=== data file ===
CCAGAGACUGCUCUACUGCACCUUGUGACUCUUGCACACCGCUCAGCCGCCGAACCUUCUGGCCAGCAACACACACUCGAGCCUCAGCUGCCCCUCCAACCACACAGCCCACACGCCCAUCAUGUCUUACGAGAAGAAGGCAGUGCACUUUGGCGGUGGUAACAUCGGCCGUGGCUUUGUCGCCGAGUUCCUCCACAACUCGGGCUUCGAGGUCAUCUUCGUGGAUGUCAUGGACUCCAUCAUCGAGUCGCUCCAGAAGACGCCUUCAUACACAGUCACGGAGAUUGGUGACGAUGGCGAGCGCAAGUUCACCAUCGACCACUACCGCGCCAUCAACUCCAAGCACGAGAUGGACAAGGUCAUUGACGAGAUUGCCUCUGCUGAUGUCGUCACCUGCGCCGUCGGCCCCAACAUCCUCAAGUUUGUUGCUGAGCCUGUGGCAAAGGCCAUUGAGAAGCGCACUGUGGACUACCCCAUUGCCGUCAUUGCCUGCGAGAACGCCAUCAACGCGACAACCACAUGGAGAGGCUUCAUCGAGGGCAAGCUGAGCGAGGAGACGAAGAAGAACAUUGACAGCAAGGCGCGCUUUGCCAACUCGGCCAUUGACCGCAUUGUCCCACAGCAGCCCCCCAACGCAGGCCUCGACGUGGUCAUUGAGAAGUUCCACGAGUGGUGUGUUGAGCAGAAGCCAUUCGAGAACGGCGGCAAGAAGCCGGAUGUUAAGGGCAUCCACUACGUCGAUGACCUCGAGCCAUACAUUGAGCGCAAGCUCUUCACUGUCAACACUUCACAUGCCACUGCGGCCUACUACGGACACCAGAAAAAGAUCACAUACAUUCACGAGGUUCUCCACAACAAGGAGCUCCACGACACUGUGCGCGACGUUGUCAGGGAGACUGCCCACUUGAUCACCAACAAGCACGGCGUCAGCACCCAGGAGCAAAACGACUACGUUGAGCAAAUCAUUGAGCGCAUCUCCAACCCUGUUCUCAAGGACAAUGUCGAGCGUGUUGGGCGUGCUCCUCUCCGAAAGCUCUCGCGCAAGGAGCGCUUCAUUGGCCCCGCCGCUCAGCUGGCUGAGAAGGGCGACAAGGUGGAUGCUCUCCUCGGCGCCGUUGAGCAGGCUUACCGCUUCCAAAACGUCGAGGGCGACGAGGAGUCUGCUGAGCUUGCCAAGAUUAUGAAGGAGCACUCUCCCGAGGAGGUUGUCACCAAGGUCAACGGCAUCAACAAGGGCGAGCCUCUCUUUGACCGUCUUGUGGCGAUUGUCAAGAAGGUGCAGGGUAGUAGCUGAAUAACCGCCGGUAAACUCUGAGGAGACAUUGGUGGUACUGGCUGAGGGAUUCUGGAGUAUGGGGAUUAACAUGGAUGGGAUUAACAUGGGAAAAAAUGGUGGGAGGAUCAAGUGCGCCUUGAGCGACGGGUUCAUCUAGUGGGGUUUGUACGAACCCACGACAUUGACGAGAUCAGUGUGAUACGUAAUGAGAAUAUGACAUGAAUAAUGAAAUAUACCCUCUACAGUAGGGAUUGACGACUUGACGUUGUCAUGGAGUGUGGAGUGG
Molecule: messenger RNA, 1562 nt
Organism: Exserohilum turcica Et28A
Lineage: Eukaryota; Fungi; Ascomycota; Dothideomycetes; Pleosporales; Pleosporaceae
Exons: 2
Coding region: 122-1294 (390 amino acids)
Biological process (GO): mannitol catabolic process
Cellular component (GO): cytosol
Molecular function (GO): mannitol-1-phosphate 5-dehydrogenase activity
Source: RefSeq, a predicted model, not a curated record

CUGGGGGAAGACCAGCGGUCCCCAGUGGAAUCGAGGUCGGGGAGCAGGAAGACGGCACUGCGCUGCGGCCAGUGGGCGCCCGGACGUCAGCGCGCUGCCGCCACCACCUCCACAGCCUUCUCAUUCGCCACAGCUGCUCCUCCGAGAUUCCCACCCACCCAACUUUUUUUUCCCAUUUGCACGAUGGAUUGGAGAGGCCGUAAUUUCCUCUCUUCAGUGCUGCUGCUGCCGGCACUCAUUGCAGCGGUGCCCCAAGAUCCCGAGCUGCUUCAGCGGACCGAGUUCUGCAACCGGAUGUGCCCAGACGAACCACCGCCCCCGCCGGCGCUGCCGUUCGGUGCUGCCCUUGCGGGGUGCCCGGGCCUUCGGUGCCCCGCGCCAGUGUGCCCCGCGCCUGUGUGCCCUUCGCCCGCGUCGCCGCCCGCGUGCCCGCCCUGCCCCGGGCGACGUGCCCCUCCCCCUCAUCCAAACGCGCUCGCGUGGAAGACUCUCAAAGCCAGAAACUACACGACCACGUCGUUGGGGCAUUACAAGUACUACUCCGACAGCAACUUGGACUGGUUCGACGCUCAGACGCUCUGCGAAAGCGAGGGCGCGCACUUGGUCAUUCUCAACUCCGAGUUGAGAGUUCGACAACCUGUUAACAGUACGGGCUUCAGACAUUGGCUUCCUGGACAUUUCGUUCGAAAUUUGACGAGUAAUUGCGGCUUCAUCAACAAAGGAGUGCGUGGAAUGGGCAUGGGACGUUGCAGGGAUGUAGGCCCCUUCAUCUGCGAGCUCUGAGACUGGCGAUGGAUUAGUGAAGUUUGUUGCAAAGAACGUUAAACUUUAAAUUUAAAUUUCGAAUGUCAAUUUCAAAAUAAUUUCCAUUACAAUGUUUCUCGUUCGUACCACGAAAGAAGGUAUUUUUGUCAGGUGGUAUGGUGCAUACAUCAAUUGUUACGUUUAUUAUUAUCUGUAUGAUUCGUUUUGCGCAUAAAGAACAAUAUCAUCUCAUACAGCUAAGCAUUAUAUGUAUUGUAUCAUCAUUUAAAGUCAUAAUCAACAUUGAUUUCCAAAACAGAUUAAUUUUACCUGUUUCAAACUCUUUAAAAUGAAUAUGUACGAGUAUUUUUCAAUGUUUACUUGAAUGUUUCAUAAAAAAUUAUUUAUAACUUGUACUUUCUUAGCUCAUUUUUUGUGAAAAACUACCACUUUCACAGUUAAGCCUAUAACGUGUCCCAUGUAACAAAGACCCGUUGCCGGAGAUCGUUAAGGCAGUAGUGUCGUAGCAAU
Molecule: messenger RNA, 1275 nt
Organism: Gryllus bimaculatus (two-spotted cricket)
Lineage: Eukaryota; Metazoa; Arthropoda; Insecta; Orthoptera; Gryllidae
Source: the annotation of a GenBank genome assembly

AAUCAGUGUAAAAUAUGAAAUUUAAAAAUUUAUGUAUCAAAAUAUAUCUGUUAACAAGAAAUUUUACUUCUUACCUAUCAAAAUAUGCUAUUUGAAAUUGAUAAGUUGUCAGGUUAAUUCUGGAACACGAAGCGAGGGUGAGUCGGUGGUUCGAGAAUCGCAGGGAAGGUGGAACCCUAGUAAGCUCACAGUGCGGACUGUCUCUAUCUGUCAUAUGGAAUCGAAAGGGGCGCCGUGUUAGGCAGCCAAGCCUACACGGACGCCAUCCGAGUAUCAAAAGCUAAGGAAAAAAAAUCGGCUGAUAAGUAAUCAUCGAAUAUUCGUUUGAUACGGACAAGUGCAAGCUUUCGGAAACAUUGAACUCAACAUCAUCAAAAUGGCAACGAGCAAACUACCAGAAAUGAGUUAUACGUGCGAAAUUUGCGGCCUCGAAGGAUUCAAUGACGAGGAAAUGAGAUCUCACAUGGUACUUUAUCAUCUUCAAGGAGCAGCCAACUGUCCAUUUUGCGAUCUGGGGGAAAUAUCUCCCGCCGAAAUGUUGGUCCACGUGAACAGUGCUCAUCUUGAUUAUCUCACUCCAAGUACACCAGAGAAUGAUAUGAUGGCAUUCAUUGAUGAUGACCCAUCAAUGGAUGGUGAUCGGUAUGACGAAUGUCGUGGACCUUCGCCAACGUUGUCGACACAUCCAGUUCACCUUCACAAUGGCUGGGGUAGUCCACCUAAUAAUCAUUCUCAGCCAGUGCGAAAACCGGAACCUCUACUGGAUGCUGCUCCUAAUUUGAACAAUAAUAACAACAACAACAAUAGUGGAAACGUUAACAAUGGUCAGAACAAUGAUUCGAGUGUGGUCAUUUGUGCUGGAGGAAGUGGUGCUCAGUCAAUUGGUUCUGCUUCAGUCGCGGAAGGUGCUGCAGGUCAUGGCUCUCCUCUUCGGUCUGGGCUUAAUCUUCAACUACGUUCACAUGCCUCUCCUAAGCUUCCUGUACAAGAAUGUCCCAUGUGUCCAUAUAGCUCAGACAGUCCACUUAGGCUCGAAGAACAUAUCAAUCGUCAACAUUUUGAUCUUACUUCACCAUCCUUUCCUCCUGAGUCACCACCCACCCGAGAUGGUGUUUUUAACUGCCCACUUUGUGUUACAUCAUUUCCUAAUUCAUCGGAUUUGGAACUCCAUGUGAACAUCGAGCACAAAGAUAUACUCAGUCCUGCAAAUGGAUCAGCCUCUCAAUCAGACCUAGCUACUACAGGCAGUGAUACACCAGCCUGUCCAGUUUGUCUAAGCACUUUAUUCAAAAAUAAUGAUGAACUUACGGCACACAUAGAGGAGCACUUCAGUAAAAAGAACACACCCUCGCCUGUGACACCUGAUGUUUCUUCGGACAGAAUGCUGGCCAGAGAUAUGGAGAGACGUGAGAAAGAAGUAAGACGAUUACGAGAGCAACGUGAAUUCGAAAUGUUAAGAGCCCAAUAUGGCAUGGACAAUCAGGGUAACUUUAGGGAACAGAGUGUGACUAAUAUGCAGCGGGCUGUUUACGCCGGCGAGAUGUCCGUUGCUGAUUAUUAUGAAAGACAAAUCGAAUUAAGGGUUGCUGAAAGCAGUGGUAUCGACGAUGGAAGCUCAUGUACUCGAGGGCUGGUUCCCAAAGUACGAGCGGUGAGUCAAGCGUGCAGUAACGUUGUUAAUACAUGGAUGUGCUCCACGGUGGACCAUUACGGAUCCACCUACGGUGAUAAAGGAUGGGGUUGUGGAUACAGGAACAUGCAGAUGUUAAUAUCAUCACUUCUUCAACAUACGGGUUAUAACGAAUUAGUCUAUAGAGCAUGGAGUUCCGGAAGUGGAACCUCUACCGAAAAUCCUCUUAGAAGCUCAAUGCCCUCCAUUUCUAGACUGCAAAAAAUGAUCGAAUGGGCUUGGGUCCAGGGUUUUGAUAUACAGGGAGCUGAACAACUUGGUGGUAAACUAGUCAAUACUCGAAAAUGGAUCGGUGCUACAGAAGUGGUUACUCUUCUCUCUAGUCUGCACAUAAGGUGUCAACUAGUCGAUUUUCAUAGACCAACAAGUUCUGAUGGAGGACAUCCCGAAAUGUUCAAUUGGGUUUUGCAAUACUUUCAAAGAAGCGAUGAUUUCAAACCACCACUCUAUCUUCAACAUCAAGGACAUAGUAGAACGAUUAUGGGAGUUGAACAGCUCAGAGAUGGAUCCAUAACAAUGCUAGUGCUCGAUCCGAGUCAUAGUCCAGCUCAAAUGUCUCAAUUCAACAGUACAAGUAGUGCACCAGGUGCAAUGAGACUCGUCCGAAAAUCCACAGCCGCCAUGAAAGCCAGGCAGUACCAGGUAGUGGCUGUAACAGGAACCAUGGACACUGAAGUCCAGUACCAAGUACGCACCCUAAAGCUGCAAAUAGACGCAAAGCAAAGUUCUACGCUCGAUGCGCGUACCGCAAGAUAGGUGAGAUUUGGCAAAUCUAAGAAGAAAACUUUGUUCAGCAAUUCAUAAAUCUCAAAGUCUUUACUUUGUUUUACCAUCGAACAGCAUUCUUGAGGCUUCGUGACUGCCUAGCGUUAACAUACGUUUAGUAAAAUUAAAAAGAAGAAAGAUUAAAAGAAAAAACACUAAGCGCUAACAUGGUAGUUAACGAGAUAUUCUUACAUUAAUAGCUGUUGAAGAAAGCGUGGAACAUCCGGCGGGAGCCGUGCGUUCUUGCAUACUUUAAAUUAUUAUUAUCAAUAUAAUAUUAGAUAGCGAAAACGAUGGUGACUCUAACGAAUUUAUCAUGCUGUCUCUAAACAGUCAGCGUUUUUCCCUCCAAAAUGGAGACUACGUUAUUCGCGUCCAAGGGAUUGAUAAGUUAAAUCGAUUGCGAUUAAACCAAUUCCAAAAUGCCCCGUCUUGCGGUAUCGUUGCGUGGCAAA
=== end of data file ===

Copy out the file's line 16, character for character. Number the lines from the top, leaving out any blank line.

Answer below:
AAUCAGUGUAAAAUAUGAAAUUUAAAAAUUUAUGUAUCAAAAUAUAUCUGUUAACAAGAAAUUUUACUUCUUACCUAUCAAAAUAUGCUAUUUGAAAUUGAUAAGUUGUCAGGUUAAUUCUGGAACACGAAGCGAGGGUGAGUCGGUGGUUCGAGAAUCGCAGGGAAGGUGGAACCCUAGUAAGCUCACAGUGCGGACUGUCUCUAUCUGUCAUAUGGAAUCGAAAGGGGCGCCGUGUUAGGCAGCCAAGCCUACACGGACGCCAUCCGAGUAUCAAAAGCUAAGGAAAAAAAAUCGGCUGAUAAGUAAUCAUCGAAUAUUCGUUUGAUACGGACAAGUGCAAGCUUUCGGAAACAUUGAACUCAACAUCAUCAAAAUGGCAACGAGCAAACUACCAGAAAUGAGUUAUACGUGCGAAAUUUGCGGCCUCGAAGGAUUCAAUGACGAGGAAAUGAGAUCUCACAUGGUACUUUAUCAUCUUCAAGGAGCAGCCAACUGUCCAUUUUGCGAUCUGGGGGAAAUAUCUCCCGCCGAAAUGUUGGUCCACGUGAACAGUGCUCAUCUUGAUUAUCUCACUCCAAGUACACCAGAGAAUGAUAUGAUGGCAUUCAUUGAUGAUGACCCAUCAAUGGAUGGUGAUCGGUAUGACGAAUGUCGUGGACCUUCGCCAACGUUGUCGACACAUCCAGUUCACCUUCACAAUGGCUGGGGUAGUCCACCUAAUAAUCAUUCUCAGCCAGUGCGAAAACCGGAACCUCUACUGGAUGCUGCUCCUAAUUUGAACAAUAAUAACAACAACAACAAUAGUGGAAACGUUAACAAUGGUCAGAACAAUGAUUCGAGUGUGGUCAUUUGUGCUGGAGGAAGUGGUGCUCAGUCAAUUGGUUCUGCUUCAGUCGCGGAAGGUGCUGCAGGUCAUGGCUCUCCUCUUCGGUCUGGGCUUAAUCUUCAACUACGUUCACAUGCCUCUCCUAAGCUUCCUGUACAAGAAUGUCCCAUGUGUCCAUAUAGCUCAGACAGUCCACUUAGGCUCGAAGAACAUAUCAAUCGUCAACAUUUUGAUCUUACUUCACCAUCCUUUCCUCCUGAGUCACCACCCACCCGAGAUGGUGUUUUUAACUGCCCACUUUGUGUUACAUCAUUUCCUAAUUCAUCGGAUUUGGAACUCCAUGUGAACAUCGAGCACAAAGAUAUACUCAGUCCUGCAAAUGGAUCAGCCUCUCAAUCAGACCUAGCUACUACAGGCAGUGAUACACCAGCCUGUCCAGUUUGUCUAAGCACUUUAUUCAAAAAUAAUGAUGAACUUACGGCACACAUAGAGGAGCACUUCAGUAAAAAGAACACACCCUCGCCUGUGACACCUGAUGUUUCUUCGGACAGAAUGCUGGCCAGAGAUAUGGAGAGACGUGAGAAAGAAGUAAGACGAUUACGAGAGCAACGUGAAUUCGAAAUGUUAAGAGCCCAAUAUGGCAUGGACAAUCAGGGUAACUUUAGGGAACAGAGUGUGACUAAUAUGCAGCGGGCUGUUUACGCCGGCGAGAUGUCCGUUGCUGAUUAUUAUGAAAGACAAAUCGAAUUAAGGGUUGCUGAAAGCAGUGGUAUCGACGAUGGAAGCUCAUGUACUCGAGGGCUGGUUCCCAAAGUACGAGCGGUGAGUCAAGCGUGCAGUAACGUUGUUAAUACAUGGAUGUGCUCCACGGUGGACCAUUACGGAUCCACCUACGGUGAUAAAGGAUGGGGUUGUGGAUACAGGAACAUGCAGAUGUUAAUAUCAUCACUUCUUCAACAUACGGGUUAUAACGAAUUAGUCUAUAGAGCAUGGAGUUCCGGAAGUGGAACCUCUACCGAAAAUCCUCUUAGAAGCUCAAUGCCCUCCAUUUCUAGACUGCAAAAAAUGAUCGAAUGGGCUUGGGUCCAGGGUUUUGAUAUACAGGGAGCUGAACAACUUGGUGGUAAACUAGUCAAUACUCGAAAAUGGAUCGGUGCUACAGAAGUGGUUACUCUUCUCUCUAGUCUGCACAUAAGGUGUCAACUAGUCGAUUUUCAUAGACCAACAAGUUCUGAUGGAGGACAUCCCGAAAUGUUCAAUUGGGUUUUGCAAUACUUUCAAAGAAGCGAUGAUUUCAAACCACCACUCUAUCUUCAACAUCAAGGACAUAGUAGAACGAUUAUGGGAGUUGAACAGCUCAGAGAUGGAUCCAUAACAAUGCUAGUGCUCGAUCCGAGUCAUAGUCCAGCUCAAAUGUCUCAAUUCAACAGUACAAGUAGUGCACCAGGUGCAAUGAGACUCGUCCGAAAAUCCACAGCCGCCAUGAAAGCCAGGCAGUACCAGGUAGUGGCUGUAACAGGAACCAUGGACACUGAAGUCCAGUACCAAGUACGCACCCUAAAGCUGCAAAUAGACGCAAAGCAAAGUUCUACGCUCGAUGCGCGUACCGCAAGAUAGGUGAGAUUUGGCAAAUCUAAGAAGAAAACUUUGUUCAGCAAUUCAUAAAUCUCAAAGUCUUUACUUUGUUUUACCAUCGAACAGCAUUCUUGAGGCUUCGUGACUGCCUAGCGUUAACAUACGUUUAGUAAAAUUAAAAAGAAGAAAGAUUAAAAGAAAAAACACUAAGCGCUAACAUGGUAGUUAACGAGAUAUUCUUACAUUAAUAGCUGUUGAAGAAAGCGUGGAACAUCCGGCGGGAGCCGUGCGUUCUUGCAUACUUUAAAUUAUUAUUAUCAAUAUAAUAUUAGAUAGCGAAAACGAUGGUGACUCUAACGAAUUUAUCAUGCUGUCUCUAAACAGUCAGCGUUUUUCCCUCCAAAAUGGAGACUACGUUAUUCGCGUCCAAGGGAUUGAUAAGUUAAAUCGAUUGCGAUUAAACCAAUUCCAAAAUGCCCCGUCUUGCGGUAUCGUUGCGUGGCAAA